Paying employees super on overtime and bonuses

5 July 2022

If your employees work extra hours or you award them bonuses, it can impact the amount of super you need to pay them. Find out below if you need to pay super on overtime and paid bonuses, such as Christmas or performance bonuses.


Paying super on overtime and bonuses

If you employ people under more complex salary arrangements, for example packages that include loadings, allowances or commissions, working out super payments can be more involved. Paying an employee super on overtime or a bonus depends if it’s considered part of their ordinary time earnings (OTE). This is the amount an employee earns for their ordinary hours of work1



What are ordinary time earnings (OTE)? 

Ordinary time earnings (OTE) is the amount your employees earn for their ordinary hours of work. It generally includes leave (annual, sick or long service), commissions, allowances and shift loadings, but doesn’t include overtime payments.

You must use ordinary time earnings (OTE) to calculate the minimum super guarantee contributions for your eligible employees.


Super payments on overtime

Overtime is generally excluded from super payment calculations because it falls outside of OTE. But overtime counts as part of OTE in some instances2, including:

  • When an agreement overrides an award (removing the distinction between ordinary hours and other hours).
  • On piece-rates, where pay is for a piece of work or unit rather than for hours worked, and there are no ordinary hours of work specified.
  • On shift loadings.

In these cases, you may need to pay super on overtime. Danger and on-call allowances for doctors often count as overtime earnings, too.

See the following checklists to learn which types of awards, agreements and allowances count as OTE:

Awards, agreements and OTE checklist
Awards and agreements
Payment Salary or wages Ordinary time earnings (OTE)
Overtime hours – award stipulates ordinary hours to worked and employee works additional hours for which they’re paid overtime rates Yes No
Overtime hours – agreement prevails over award Yes No
Agreement supplanting award removes distinction between ordinary hours and other hours Yes – all hours worked Yes – all hours worked
No ordinary hours of work stipulated Yes – all hours worked Yes – all hours worked
Casual employee: shift loadings Yes Yes
Casual employee: overtime payments Yes No
Casual employee paid overtime rates due to a 'bandwidth' clause Yes No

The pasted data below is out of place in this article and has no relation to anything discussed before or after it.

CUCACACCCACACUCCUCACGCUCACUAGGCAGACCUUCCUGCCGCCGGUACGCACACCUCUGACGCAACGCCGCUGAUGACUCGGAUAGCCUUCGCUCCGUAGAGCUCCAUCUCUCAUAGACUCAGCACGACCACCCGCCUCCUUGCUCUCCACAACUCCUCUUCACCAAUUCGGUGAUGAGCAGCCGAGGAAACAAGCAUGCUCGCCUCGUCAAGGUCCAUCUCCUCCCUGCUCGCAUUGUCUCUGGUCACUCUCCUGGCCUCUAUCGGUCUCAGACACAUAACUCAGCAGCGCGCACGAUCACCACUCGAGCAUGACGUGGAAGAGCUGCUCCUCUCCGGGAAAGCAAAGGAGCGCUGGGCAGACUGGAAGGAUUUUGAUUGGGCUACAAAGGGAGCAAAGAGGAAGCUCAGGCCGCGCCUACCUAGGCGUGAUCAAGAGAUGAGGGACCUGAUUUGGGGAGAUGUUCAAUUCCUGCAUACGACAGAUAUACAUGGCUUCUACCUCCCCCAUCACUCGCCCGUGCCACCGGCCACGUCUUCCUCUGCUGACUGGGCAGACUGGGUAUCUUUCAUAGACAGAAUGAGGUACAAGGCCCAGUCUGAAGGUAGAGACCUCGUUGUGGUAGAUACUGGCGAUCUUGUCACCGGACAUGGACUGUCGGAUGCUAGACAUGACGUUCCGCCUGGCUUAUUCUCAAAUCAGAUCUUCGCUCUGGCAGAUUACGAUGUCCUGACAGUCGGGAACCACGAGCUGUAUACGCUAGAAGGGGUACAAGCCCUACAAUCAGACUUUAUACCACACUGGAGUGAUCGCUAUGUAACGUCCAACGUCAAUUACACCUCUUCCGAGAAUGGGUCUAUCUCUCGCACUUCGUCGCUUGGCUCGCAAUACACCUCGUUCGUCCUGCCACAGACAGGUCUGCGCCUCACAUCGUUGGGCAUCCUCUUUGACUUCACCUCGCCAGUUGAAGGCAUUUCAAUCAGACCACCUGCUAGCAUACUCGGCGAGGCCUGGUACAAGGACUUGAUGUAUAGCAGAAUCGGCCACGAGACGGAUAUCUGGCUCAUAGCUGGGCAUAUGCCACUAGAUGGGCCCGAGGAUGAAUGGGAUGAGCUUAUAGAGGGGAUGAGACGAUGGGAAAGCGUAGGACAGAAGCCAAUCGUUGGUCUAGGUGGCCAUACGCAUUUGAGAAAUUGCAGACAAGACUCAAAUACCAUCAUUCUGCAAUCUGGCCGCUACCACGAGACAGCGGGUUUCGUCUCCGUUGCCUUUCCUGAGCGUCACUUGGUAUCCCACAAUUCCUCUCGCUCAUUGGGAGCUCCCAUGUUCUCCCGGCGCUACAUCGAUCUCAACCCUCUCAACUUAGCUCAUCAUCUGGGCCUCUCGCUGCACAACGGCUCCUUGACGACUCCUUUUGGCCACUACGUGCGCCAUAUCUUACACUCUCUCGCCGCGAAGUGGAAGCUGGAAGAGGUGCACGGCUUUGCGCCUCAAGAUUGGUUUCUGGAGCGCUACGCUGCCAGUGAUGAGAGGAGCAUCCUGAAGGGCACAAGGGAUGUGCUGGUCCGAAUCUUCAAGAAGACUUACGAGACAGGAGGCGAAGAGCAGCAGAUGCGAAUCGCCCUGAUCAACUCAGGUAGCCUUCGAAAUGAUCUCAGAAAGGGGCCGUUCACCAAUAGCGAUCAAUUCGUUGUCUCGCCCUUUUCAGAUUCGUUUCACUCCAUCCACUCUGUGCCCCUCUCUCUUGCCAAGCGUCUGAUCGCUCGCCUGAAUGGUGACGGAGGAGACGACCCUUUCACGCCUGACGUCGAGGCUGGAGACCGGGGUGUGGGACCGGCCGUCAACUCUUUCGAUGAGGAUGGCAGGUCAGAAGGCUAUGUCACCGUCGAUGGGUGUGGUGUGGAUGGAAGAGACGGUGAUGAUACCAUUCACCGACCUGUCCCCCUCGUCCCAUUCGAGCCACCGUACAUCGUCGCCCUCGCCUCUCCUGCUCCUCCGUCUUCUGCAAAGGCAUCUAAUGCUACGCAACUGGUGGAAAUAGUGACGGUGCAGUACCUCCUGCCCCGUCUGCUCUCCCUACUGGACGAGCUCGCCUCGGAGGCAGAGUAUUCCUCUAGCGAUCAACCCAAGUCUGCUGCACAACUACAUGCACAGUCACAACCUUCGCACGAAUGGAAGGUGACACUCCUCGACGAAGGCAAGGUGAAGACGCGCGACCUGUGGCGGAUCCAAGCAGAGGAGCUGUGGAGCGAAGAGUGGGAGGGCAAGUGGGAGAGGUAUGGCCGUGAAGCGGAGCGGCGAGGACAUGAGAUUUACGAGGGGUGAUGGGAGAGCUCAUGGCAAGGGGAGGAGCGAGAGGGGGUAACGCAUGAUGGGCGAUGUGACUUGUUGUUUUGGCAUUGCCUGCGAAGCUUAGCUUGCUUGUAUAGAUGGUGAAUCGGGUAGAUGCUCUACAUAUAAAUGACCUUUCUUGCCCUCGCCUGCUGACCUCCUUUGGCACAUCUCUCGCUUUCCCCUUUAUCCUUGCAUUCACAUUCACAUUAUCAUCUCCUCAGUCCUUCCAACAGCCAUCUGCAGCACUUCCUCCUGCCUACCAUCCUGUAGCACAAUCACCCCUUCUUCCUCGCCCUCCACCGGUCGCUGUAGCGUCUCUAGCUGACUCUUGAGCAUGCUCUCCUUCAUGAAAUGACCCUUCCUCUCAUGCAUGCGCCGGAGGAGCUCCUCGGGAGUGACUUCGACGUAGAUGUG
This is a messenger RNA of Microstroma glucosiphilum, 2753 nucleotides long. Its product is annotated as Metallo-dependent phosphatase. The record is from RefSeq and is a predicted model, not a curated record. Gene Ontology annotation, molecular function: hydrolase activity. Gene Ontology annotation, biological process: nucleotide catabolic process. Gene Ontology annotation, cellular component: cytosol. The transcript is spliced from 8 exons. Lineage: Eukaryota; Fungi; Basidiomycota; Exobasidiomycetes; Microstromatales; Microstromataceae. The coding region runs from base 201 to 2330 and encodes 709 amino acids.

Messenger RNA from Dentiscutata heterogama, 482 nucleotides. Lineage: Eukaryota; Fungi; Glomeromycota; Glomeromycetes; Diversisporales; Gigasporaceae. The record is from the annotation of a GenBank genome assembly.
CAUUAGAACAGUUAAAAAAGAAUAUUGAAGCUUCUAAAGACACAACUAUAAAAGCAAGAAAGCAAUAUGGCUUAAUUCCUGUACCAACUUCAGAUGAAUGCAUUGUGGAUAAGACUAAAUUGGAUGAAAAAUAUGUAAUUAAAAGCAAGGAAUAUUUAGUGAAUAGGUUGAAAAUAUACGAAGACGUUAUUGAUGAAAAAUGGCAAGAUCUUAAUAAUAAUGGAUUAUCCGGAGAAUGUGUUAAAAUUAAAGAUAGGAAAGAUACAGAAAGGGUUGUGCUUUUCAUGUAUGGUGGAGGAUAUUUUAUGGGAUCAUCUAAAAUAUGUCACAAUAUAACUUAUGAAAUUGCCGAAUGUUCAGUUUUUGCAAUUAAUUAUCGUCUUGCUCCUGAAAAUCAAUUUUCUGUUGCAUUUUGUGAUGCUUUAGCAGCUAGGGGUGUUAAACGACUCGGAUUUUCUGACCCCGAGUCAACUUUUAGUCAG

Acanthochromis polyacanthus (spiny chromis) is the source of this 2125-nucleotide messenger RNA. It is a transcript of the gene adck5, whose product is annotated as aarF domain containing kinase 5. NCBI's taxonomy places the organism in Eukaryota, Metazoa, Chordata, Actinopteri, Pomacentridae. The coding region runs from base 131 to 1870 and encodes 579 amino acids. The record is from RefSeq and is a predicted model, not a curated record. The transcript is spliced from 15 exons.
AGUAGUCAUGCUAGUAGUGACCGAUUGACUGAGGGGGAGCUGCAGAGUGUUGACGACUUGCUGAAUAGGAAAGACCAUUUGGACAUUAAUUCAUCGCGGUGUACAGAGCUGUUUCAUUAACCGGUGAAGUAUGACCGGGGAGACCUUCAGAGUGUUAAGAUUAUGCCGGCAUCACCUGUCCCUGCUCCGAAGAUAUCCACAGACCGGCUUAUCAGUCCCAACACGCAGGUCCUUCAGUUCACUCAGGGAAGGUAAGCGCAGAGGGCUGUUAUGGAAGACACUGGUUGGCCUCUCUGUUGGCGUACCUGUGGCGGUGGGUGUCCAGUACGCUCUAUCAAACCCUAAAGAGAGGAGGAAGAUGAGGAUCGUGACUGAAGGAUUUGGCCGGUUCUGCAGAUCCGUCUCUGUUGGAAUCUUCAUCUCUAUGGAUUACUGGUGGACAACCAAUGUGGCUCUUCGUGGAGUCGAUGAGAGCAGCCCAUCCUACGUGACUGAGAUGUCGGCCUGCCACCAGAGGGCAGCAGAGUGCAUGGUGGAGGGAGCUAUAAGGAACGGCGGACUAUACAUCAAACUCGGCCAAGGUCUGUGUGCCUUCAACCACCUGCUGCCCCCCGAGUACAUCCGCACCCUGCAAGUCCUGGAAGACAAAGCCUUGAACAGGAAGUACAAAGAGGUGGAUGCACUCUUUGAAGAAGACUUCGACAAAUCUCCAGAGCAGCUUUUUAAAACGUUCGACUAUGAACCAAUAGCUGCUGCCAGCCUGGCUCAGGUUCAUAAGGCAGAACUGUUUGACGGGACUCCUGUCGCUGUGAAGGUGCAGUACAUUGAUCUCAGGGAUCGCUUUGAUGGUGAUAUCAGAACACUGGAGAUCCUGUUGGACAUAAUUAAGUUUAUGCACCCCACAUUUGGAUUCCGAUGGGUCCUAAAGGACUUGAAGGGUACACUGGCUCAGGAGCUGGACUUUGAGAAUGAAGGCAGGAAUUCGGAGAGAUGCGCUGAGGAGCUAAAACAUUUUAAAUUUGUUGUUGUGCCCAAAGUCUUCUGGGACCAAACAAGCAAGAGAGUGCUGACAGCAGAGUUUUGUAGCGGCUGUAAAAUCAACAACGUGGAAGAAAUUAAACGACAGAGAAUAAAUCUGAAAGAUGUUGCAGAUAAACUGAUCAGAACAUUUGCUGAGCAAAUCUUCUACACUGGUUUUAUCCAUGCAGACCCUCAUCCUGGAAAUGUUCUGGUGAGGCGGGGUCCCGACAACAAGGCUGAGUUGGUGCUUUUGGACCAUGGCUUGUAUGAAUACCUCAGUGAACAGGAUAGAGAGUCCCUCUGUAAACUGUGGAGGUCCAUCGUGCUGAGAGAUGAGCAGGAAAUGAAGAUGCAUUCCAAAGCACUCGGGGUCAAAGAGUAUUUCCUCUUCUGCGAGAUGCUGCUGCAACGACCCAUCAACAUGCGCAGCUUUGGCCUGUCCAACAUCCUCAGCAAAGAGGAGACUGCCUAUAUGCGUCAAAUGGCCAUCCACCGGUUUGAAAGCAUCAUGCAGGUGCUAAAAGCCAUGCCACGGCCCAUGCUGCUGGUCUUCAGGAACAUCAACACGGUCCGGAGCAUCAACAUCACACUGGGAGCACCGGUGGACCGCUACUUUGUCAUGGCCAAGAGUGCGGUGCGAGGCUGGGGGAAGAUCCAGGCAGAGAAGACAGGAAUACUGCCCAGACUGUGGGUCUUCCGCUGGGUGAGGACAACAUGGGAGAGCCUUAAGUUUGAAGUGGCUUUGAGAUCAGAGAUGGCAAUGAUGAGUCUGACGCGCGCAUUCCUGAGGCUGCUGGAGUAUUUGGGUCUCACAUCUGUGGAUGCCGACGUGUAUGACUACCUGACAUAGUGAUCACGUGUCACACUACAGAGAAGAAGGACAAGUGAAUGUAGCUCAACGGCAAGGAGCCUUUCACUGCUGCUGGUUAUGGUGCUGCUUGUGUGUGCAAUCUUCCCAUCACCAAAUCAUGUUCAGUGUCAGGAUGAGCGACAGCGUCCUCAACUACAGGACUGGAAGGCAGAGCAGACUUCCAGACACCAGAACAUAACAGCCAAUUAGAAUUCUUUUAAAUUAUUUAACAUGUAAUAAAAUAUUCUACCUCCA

Piece-rates – no ordinary hours of work stipulated Yes Yes
Overtime component of earnings based on hourly-driving-rate method stipulated in award Yes No

Allowances and OTE checklist

Payment Salary or wages Ordinary time earnings (OTE)
Allowance by way of unconditional extra payment Yes Yes
Expense allowance expected to be fully expended No No
Danger allowance Yes Yes
Retention allowance Yes Yes
Hourly on-call allowance in relation to ordinary hours of work for doctors Yes Yes


Super payments on bonuses

If you offer your employees bonuses on top of their regular wage, you may also need to pay super on those bonuses.

The types of bonuses paid to employees vary from business to business. Common bonuses may include performance or target-based bonuses, or seasonal, such as Christmas bonuses.

If a bonus is part of OTE, you’ll need to pay super on it. Here’s a general list of some bonuses that are and aren’t included as OTE. For a more detailed list, refer to the ATO checklist.

Bonuses and OTE checklist
Payment Salary or wages Ordinary time earnings (OTE)
Performance bonus Yes Yes
Bonus labelled as ex gratia but in respect of ordinary hours of work Yes Yes
Christmas bonus Yes Yes
Bonus in respect of overtime only Yes No

It’s important to note, you don’t need to pay super on all bonuses paid to employees. The following bonuses generally don’t count as OTE:

  • Fully expended expense allowances, such as car allowances
  • Reimbursed expenses
  • Benefits subject to fringe benefits tax
  • Jury top-up payments
  • Redundancy payments.



The superannuation guarantee and super on overtime and bonuses

The superannuation guarantee (SG) is the minimum percentage of an employee’s wages paid into their super – and it’s a legal requirement. You have to pay the SG to eligible employees (generally those aged over 18). From 1 July 2022 the SG rate is 10.5%. Legislation states an SG increase of 0.5% a year until it reaches 12% by 2025. For more information on the rise to 12% visit

To calculate employee super payments, you use what the ATO calls ordinary time earnings. Working out OTE is a basic calculation for employees who have straightforward terms and conditions of employment. Their super will be 10.5% of their OTE.

If an award or employment agreement specifying a higher super contribution than 10.5% covers your employees, then you must pay the higher amount. If you have questions or need more information about paying super based on awards and agreements, call Fair Work Australia on 1300 799 675 or visit

For many businesses, paying super on bonuses and overtime can be complex. The AustralianSuper team is here to help make working out super payments for your employees easier to understand.




1. - Super for employers, How much to pay
2. - Super for employers


This may include general financial advice which doesn’t take into account your personal objectives, financial situation or needs. Before making a decision consider if the information is right for you and read the relevant Product Disclosure Statement, available at or by calling 1300 300 273. A Target Market Determination (TMD) is a document that outlines the target market a product has been designed for. Find the TMDs at

AustralianSuper Pty Ltd ABN 94 006 457 987, AFSL 233788, Trustee of AustralianSuper ABN 65 714 394 898.


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